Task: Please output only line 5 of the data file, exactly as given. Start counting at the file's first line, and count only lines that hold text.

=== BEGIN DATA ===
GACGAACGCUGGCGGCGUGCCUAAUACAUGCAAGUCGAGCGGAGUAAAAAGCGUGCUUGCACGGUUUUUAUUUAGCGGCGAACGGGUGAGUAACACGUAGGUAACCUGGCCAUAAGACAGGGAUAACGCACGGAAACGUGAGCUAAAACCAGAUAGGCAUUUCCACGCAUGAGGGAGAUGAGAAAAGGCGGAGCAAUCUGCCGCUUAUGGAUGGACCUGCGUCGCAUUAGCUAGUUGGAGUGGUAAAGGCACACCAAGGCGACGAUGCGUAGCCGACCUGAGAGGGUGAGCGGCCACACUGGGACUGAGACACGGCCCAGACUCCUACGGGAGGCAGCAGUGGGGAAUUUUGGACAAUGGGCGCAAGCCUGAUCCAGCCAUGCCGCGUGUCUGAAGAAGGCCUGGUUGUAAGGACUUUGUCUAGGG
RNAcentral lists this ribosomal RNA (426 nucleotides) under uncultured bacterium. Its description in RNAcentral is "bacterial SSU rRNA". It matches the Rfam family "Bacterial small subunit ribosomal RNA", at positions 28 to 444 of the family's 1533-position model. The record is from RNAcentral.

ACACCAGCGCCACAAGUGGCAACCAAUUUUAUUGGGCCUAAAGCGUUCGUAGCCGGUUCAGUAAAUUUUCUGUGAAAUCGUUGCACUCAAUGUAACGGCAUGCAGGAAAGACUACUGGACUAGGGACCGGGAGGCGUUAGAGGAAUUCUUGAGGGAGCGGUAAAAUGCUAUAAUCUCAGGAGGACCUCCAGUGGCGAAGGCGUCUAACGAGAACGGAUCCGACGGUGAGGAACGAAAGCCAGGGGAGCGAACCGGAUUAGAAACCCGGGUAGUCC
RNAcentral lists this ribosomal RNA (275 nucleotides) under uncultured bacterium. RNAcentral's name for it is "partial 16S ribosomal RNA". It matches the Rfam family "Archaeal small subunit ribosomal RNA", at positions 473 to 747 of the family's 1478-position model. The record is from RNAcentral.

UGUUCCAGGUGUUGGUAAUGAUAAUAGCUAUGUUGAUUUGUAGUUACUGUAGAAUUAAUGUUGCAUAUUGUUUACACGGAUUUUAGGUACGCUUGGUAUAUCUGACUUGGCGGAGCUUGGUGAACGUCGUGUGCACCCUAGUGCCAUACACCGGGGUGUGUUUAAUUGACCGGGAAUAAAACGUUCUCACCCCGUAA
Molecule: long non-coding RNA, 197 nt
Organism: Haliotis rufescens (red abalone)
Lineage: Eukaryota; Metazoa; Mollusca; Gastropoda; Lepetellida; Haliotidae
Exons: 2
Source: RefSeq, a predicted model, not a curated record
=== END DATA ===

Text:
UGUUCCAGGUGUUGGUAAUGAUAAUAGCUAUGUUGAUUUGUAGUUACUGUAGAAUUAAUGUUGCAUAUUGUUUACACGGAUUUUAGGUACGCUUGGUAUAUCUGACUUGGCGGAGCUUGGUGAACGUCGUGUGCACCCUAGUGCCAUACACCGGGGUGUGUUUAAUUGACCGGGAAUAAAACGUUCUCACCCCGUAA